Story image

It's about time Australian businesses invested in cyber security

17 May 16

Cyber crime costs Australia upwards of a billion dollars every year, and many large companies have been the target of malicious attacks, including Kmart, David Jones, the Australian Bureau of Meteorology, The Royal Melbourne Hospital and Australian Government Parliamentary Services. 

However, many Australian businesses also fail to publicly acknowledge that they have been breached, meaning this figure may well be higher. Indeed, the Australian Signals Directorate was called in to review more than 1,200 cyber attacks last year, up from 940 in 2014, while at least 60 attacks plagued Australian energy networks in 2014-2015.  

“It only takes one vulnerable host to infect an entire network. Yet according to Check Point research, 96% of the organisations we recently studied use at least one high-risk application,” says David De Laine, Check Point Software Technologies regional managing director for Australia and New Zealand.

Last month, the Australian Government announced a $230 million Cyber Security Strategy including free security health checks for ASX 100 companies and $15 million in small business grants to help enterprises test cyber security.  

The Australian Information Security Association asserts that there are around 200,000 small-to-medium sized businesses (SMBs) in Australia in need of cyber security protection assistance and believes that the issue of cyber security needs be a strategic business priority.

De Laine says, “Cloud computing, mobility and the Internet of Things are megatrends which are reshaping the IT infrastructures used by many organisations. Finding ways to maintain proper security as the diversity of technologies continues to grow rapidly is becoming an increasing challenge.  

“External data sources, cloud platforms and mobile devices all provide valuable services, but they also create new potential avenues for intrusion. Each and every endpoint is a potential door into an organisation's IT systems and data, and hackers only need to open one to wreak havoc."
 
“In a world with high-demanding IT infrastructures and networks, where perimeters are no longer well defined, and where threats grow more intelligent every day, we need to define the right way to protect enterprises in the ever changing threat landscape.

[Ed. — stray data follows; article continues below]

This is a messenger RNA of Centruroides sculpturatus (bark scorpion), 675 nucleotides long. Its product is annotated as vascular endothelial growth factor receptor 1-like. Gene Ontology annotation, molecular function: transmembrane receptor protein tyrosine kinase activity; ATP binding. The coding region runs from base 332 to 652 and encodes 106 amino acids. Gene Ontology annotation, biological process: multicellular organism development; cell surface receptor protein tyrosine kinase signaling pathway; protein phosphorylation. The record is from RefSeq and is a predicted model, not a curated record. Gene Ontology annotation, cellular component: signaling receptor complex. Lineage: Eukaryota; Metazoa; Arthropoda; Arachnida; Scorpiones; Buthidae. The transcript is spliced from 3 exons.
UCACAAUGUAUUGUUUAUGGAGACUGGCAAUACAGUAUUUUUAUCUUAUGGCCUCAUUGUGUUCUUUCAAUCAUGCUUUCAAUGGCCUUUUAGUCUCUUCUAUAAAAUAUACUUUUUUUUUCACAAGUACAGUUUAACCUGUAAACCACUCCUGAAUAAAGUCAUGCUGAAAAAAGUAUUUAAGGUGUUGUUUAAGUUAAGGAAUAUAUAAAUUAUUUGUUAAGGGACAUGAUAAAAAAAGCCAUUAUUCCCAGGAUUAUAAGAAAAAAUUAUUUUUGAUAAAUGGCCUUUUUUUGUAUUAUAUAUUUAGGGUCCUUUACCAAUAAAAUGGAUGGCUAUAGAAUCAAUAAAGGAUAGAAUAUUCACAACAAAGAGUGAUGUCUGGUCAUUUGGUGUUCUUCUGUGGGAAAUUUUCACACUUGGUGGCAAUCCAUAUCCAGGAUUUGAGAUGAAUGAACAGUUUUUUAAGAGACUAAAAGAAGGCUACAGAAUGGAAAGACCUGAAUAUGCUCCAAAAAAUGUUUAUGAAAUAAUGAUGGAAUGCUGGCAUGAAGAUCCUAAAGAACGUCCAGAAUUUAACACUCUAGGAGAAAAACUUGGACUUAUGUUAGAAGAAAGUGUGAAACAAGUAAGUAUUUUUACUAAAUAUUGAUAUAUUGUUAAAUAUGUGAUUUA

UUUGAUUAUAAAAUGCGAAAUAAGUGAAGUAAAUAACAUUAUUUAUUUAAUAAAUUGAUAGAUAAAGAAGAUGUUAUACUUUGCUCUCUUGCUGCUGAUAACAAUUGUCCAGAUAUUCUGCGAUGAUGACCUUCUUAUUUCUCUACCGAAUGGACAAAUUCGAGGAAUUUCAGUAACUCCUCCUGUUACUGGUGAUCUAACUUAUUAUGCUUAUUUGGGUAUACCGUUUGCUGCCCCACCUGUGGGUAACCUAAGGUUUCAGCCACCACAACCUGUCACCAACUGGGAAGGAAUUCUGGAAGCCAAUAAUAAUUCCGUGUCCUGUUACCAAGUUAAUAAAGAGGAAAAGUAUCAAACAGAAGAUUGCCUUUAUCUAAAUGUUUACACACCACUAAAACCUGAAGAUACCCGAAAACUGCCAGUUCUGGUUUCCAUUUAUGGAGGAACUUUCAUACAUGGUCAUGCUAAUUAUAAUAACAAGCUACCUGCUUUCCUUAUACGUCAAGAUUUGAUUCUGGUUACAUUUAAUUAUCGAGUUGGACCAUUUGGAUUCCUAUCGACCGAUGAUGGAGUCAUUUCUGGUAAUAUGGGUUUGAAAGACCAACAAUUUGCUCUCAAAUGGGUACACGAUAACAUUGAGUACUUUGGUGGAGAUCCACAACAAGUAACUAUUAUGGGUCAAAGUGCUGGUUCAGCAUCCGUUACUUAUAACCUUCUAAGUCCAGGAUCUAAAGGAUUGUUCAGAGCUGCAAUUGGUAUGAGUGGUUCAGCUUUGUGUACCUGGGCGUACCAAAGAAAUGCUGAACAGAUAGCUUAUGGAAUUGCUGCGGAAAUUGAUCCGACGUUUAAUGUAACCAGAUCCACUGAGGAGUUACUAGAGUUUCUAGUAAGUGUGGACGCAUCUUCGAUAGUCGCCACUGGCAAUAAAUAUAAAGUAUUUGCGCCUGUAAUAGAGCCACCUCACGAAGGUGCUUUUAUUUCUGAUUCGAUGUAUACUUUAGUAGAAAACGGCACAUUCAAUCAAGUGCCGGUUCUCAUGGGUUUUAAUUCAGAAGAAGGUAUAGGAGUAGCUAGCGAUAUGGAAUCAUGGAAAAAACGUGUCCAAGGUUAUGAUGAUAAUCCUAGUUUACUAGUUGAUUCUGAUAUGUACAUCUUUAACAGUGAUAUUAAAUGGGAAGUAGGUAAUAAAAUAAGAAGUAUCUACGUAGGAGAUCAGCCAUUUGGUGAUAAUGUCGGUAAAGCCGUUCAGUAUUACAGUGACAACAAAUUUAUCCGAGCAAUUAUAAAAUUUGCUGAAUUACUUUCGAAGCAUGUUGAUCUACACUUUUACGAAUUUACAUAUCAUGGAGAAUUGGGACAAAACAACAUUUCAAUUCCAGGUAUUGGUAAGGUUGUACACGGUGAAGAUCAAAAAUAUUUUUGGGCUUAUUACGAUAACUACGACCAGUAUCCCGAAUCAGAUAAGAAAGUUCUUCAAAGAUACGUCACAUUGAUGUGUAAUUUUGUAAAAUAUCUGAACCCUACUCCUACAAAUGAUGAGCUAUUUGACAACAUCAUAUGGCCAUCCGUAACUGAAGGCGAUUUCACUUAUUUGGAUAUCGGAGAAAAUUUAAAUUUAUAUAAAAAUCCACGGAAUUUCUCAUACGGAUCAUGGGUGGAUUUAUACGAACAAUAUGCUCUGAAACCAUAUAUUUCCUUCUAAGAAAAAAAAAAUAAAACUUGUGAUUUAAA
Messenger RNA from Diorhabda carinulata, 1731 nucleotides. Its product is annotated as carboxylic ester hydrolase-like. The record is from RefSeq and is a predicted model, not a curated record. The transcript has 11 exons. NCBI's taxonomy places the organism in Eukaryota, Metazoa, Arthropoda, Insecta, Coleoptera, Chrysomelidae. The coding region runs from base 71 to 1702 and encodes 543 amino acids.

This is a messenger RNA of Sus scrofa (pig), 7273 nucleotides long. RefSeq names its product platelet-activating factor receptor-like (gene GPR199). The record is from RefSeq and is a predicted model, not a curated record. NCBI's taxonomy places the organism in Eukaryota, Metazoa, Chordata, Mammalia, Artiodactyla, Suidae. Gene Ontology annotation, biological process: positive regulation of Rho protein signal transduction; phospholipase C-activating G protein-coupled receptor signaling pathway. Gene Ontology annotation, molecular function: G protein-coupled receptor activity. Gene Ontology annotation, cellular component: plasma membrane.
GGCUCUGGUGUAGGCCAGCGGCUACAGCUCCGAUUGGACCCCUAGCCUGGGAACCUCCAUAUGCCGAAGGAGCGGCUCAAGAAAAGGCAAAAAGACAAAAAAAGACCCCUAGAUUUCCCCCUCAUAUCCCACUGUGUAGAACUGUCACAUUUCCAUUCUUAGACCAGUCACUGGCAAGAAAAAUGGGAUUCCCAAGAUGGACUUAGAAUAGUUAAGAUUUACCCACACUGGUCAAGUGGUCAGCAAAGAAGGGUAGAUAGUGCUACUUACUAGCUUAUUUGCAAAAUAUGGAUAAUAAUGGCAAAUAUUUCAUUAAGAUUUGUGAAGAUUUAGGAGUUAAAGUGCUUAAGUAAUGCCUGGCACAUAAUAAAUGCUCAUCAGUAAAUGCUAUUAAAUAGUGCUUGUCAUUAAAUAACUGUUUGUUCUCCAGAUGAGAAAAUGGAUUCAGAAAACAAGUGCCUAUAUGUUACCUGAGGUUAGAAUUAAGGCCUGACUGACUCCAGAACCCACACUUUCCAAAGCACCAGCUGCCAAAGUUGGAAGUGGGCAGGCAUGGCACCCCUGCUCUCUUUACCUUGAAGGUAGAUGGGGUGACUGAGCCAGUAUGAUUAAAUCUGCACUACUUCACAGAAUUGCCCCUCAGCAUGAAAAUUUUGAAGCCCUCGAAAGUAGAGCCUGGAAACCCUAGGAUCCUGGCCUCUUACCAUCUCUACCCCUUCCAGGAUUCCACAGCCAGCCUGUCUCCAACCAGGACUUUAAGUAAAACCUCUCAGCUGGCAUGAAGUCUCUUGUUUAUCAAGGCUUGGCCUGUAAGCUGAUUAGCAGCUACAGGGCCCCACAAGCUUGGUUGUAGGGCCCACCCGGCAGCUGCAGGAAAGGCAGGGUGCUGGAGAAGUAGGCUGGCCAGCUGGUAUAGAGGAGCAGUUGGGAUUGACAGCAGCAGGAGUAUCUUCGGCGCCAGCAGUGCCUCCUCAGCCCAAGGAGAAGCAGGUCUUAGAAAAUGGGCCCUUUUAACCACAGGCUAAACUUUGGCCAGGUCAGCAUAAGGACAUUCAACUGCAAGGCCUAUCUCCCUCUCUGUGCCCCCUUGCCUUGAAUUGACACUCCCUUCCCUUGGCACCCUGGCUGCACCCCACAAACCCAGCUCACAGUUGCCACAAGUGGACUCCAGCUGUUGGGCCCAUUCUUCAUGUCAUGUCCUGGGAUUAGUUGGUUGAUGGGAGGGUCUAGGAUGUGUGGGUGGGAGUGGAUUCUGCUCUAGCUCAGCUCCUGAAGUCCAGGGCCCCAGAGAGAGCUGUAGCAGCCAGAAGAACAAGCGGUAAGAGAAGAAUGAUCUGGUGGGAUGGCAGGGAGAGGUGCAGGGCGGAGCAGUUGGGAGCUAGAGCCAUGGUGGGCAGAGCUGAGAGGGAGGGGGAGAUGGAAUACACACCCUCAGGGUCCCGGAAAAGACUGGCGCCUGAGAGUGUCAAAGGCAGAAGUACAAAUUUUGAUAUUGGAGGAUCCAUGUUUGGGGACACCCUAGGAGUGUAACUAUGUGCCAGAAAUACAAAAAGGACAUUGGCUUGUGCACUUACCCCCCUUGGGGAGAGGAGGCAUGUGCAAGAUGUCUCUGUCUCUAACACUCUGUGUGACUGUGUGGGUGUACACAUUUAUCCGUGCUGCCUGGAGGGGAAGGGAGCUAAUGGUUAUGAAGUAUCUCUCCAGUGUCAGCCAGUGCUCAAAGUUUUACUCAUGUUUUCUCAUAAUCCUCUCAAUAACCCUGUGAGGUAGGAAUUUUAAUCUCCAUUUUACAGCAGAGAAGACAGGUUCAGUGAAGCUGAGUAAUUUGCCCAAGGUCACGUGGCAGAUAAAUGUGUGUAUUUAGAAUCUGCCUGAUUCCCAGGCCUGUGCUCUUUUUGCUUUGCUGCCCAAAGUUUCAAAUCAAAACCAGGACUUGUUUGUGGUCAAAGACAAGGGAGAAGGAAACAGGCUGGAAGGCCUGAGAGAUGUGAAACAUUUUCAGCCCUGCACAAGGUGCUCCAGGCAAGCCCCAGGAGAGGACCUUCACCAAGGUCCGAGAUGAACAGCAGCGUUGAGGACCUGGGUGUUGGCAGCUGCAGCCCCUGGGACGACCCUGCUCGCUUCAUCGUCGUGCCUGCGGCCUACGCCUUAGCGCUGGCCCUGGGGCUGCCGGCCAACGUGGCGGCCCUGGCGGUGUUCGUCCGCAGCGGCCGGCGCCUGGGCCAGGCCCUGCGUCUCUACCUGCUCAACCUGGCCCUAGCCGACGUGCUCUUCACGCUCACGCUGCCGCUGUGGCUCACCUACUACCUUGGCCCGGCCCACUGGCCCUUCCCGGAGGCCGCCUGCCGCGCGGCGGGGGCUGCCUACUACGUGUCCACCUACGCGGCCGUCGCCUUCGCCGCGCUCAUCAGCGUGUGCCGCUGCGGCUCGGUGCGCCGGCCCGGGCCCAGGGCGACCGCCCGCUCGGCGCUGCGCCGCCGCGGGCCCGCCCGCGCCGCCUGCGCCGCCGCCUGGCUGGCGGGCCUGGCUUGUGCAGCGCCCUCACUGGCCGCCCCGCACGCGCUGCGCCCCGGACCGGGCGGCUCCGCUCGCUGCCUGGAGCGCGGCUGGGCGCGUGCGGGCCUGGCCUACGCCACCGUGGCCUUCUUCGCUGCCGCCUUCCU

“The benefits of having a free security check up provide organisations with the knowledge that core systems and data will remain secure at all times,” he says.

Cofense launches MSSP program to provide phishing defence for SMBs
SMBs are highly susceptible to phishing attacks, and often lack the resources necessary to stop advanced threats
Hillstone CTO's 2019 security predictions
Hillstone Networks CTO Tim Liu shares what key developments could be expected in the areas of security compliance, cloud, security, AI and IoT.
Can it be trusted? Huawei’s founder speaks out
Ren Zhengfei spoke candidly in a recent media roundtable about security, 5G, his daughter’s detainment, the USA, and the West’s perception of Huawei.
Oracle Java Card update boosts security for IoT devices
"Java Card 3.1 is very significant to the Internet of Things, bringing interoperability, security and flexibility to a fast-growing market currently lacking high-security and flexible edge security solutions."
Sophos hires ex-McAfee SVP Gavin Struther
After 16 years as the APAC senior vice president and president for McAfee, Struthers is now heading the APJ arm of Sophos.
Security platform provider Deep Instinct expands local presence
The company has made two A/NZ specific leadership hires and formed several partnerships with organisations in the region.
Half of companies unable to detect IoT device breaches
A Gemalto study also shows that the of blockchain technology to help secure IoT data, services and devices has doubled in a year.
Stepping up to sell security services in A/NZ
WatchGuard Technologies A/NZ regional director gives his top tips on how to make a move into the increasingly lucrative cybersecurity services market.